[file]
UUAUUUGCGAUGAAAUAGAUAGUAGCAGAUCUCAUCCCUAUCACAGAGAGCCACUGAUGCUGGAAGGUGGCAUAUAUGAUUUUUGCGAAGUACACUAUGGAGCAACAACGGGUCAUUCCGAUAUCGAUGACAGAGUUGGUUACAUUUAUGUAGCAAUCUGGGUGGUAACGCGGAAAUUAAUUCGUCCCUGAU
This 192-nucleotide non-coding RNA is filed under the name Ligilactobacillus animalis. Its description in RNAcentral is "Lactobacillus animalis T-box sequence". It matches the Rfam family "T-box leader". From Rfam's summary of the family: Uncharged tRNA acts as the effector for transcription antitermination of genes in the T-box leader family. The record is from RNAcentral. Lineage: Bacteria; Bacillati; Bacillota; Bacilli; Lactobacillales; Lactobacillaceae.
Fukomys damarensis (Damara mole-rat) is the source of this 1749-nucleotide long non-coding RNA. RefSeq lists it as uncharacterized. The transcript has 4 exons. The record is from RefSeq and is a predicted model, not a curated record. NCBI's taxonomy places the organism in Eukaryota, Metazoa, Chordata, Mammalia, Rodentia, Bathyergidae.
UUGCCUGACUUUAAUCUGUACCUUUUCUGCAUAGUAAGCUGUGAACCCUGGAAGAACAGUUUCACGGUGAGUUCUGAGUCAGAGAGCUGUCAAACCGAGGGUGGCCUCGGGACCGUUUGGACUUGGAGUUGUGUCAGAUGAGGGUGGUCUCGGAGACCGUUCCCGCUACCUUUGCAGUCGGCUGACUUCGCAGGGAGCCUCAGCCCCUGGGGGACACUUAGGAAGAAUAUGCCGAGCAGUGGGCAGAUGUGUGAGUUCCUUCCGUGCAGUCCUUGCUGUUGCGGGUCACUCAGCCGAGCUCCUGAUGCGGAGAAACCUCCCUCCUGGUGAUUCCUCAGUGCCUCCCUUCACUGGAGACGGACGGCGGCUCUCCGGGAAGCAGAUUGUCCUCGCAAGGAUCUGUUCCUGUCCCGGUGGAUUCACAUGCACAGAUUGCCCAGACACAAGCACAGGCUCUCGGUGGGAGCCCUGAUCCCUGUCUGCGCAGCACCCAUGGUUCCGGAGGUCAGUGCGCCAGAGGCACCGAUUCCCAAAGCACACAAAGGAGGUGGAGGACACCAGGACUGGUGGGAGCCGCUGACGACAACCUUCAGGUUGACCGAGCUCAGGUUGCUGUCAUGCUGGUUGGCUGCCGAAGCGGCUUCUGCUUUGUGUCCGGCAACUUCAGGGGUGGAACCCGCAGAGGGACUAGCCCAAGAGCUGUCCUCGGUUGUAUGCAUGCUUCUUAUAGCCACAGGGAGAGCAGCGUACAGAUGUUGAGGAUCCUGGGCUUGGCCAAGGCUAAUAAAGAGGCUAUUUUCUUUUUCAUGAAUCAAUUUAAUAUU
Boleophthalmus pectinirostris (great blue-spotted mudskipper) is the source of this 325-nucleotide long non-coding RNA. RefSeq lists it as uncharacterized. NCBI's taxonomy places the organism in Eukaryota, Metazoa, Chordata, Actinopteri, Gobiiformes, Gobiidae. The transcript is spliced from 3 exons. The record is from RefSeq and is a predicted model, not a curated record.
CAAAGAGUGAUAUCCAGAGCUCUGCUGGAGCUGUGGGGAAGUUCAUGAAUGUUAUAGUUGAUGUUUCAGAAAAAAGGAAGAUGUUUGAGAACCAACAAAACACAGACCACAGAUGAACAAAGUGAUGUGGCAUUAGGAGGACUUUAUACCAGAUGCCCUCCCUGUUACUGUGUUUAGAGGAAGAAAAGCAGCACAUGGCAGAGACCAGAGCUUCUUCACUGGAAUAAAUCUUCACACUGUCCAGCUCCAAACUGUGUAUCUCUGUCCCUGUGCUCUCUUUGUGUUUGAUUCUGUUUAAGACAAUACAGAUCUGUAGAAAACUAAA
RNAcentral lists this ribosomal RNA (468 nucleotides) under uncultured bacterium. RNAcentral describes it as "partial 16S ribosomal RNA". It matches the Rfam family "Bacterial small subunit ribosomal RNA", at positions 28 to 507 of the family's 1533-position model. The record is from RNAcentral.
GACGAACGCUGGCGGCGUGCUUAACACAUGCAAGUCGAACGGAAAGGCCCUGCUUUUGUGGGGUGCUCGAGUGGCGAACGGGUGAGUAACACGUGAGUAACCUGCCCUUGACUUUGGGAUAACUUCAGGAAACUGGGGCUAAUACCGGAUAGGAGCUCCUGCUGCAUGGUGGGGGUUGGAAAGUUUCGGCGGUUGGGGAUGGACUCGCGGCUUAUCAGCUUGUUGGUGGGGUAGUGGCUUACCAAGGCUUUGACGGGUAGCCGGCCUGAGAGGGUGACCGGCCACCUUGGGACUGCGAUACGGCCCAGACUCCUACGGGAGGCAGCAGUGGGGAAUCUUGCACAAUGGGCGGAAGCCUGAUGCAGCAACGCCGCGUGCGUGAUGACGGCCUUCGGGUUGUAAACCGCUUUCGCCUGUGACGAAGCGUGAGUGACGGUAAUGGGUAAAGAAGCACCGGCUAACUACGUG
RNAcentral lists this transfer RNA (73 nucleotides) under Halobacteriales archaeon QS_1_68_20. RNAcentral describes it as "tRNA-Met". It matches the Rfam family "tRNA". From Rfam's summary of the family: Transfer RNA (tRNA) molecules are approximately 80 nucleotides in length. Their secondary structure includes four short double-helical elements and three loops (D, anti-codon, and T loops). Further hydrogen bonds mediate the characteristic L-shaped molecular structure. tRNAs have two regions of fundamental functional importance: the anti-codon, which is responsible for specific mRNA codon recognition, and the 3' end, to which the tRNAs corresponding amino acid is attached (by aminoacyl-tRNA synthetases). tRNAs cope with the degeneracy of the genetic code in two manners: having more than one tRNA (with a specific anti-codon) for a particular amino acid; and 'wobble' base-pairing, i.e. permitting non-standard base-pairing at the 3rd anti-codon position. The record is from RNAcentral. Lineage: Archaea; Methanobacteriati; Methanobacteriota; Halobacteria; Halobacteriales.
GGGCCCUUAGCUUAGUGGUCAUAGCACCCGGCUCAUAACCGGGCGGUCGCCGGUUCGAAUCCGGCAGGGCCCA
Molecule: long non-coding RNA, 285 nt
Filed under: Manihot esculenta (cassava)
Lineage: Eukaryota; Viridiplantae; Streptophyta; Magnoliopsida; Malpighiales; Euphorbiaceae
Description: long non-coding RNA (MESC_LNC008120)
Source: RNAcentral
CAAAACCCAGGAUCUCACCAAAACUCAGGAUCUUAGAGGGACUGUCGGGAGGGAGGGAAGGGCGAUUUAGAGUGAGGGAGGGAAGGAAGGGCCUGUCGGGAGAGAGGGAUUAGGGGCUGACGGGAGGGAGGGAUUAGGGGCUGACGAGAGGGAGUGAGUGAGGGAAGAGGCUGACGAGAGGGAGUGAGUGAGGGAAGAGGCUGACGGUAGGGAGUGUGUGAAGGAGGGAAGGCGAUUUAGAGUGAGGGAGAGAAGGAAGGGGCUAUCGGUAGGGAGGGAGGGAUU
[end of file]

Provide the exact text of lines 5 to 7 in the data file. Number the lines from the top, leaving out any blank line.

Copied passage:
Boleophthalmus pectinirostris (great blue-spotted mudskipper) is the source of this 325-nucleotide long non-coding RNA. RefSeq lists it as uncharacterized. NCBI's taxonomy places the organism in Eukaryota, Metazoa, Chordata, Actinopteri, Gobiiformes, Gobiidae. The transcript is spliced from 3 exons. The record is from RefSeq and is a predicted model, not a curated record.
CAAAGAGUGAUAUCCAGAGCUCUGCUGGAGCUGUGGGGAAGUUCAUGAAUGUUAUAGUUGAUGUUUCAGAAAAAAGGAAGAUGUUUGAGAACCAACAAAACACAGACCACAGAUGAACAAAGUGAUGUGGCAUUAGGAGGACUUUAUACCAGAUGCCCUCCCUGUUACUGUGUUUAGAGGAAGAAAAGCAGCACAUGGCAGAGACCAGAGCUUCUUCACUGGAAUAAAUCUUCACACUGUCCAGCUCCAAACUGUGUAUCUCUGUCCCUGUGCUCUCUUUGUGUUUGAUUCUGUUUAAGACAAUACAGAUCUGUAGAAAACUAAA
RNAcentral lists this ribosomal RNA (468 nucleotides) under uncultured bacterium. RNAcentral describes it as "partial 16S ribosomal RNA". It matches the Rfam family "Bacterial small subunit ribosomal RNA", at positions 28 to 507 of the family's 1533-position model. The record is from RNAcentral.